Creating a disaster plan for your business is a great idea. It is a way to restore your business and its operations faster than if no such plan existed. Making those plans in a hurry, or never testing them to determine their practicality, could be a serious mistake you want to avoid. Here are some more mistakes made all too often in the disaster recovery plan creation process.
Failing to Create a Priority List
The goal of a disaster recovery plan is to be able to get the IT department back online as quickly as possible, and to minimize the data loss. Various recovery strategies need to be established, but a company must first determine what kind of information and how much is needed to restore essential operations. This evaluation needs to be performed because departments have limited resources during or after a crisis, and these resources need to be directed toward first recovering key data. Other non-critical information can wait.
Failure to Consider Multiple Types of Disasters
Making plans for one or two types of disasters is limited vision. Today, there are possibly many different types of things that could go wrong. Each type needs to be considered and planned for, because different actions will be needed. Problems that may be encountered include power failure, nuclear or radiation accidents, fires, civil unrest, terrorist acts, earthquake, bioterrorism, tornado or hurricane, flood, landslide, and more. While some of these may only be local, some may be regional, and plans need to be made for each of these potential problems.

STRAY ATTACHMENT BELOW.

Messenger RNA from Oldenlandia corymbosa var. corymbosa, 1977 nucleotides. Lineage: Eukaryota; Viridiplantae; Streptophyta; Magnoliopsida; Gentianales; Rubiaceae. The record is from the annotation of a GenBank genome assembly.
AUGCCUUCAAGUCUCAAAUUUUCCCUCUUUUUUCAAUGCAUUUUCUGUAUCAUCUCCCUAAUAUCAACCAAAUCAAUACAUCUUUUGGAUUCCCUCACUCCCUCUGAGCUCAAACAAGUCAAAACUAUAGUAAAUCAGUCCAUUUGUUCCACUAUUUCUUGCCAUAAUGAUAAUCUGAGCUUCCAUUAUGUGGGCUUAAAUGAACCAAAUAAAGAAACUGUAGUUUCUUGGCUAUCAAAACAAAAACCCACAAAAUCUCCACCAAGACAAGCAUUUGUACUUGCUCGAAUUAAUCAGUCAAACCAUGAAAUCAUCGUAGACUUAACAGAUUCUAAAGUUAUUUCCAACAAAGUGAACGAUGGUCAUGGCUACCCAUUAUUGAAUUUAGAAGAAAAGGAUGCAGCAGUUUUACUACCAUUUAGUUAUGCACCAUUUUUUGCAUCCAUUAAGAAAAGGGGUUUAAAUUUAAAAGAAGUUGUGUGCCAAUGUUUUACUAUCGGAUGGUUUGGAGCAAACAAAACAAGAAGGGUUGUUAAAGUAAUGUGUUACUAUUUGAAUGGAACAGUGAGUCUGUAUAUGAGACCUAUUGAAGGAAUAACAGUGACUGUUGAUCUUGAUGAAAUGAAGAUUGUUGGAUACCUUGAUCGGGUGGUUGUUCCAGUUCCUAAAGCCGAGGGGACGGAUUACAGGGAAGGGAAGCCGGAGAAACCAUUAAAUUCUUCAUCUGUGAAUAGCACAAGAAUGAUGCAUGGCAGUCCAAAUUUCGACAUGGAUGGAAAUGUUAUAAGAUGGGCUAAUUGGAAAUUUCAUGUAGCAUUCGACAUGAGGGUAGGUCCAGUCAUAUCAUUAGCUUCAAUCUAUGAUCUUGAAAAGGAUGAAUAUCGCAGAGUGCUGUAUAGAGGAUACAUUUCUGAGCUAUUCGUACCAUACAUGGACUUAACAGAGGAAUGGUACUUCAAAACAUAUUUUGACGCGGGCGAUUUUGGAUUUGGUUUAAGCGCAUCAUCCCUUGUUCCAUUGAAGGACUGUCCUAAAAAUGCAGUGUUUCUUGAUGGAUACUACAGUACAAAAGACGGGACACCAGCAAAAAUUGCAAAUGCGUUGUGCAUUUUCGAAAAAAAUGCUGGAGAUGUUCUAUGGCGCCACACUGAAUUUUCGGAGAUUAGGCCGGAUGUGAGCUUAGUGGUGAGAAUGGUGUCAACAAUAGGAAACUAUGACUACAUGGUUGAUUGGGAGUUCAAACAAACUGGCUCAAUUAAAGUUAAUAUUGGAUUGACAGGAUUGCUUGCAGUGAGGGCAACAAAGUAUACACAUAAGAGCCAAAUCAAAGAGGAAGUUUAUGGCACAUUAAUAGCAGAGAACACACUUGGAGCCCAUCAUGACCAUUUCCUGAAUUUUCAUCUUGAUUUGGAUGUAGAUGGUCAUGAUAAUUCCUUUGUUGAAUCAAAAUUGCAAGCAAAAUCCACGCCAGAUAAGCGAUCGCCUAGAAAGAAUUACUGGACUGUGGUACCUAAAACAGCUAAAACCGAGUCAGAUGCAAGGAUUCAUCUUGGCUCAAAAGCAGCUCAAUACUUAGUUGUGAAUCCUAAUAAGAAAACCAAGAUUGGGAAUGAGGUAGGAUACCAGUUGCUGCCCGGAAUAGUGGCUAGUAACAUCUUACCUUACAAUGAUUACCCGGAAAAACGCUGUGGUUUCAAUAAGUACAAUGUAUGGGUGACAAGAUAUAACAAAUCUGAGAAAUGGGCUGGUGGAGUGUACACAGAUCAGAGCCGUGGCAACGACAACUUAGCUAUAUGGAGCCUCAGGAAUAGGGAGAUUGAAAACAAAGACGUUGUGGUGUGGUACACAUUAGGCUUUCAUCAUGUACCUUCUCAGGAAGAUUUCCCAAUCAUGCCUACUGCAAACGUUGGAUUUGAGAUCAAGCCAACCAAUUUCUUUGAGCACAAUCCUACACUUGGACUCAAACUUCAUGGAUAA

Not Cross-Training Key People
The State of Oregon, for its state records, requires that all people who need to be involved should be part of the emergency planning processes. Then, they should be cross-trained in all of the recovery processes. The cross-training is an important step in case not all key people are available to aid in the actual disaster recovery process.
Not Considering the Budget
While some service providers make promises about being always on, it just is not true. If the components involved are not kept up to date, or able to handle the workload, what often occurs is that not all data actually falls under the high-availability (HA) capabilities of the new technology. It results in backups and accessibility not always being delivered as promised. Testing is required to ensure the quality of backups and to watch the budget.
Don’t Try to Restore All Data at Once
If you use a cloud service provider, it is important to only restore limited data for basic operations, and not all of it. If your company has uploaded 10 TB over the years, it will take more than a year to restore it if you do it over a T1 network. A better idea is to use different technologies to store backup data on, and recover it slowly as necessary. This also makes it essential to ensure that the cloud company actually has all the features it claims to possess.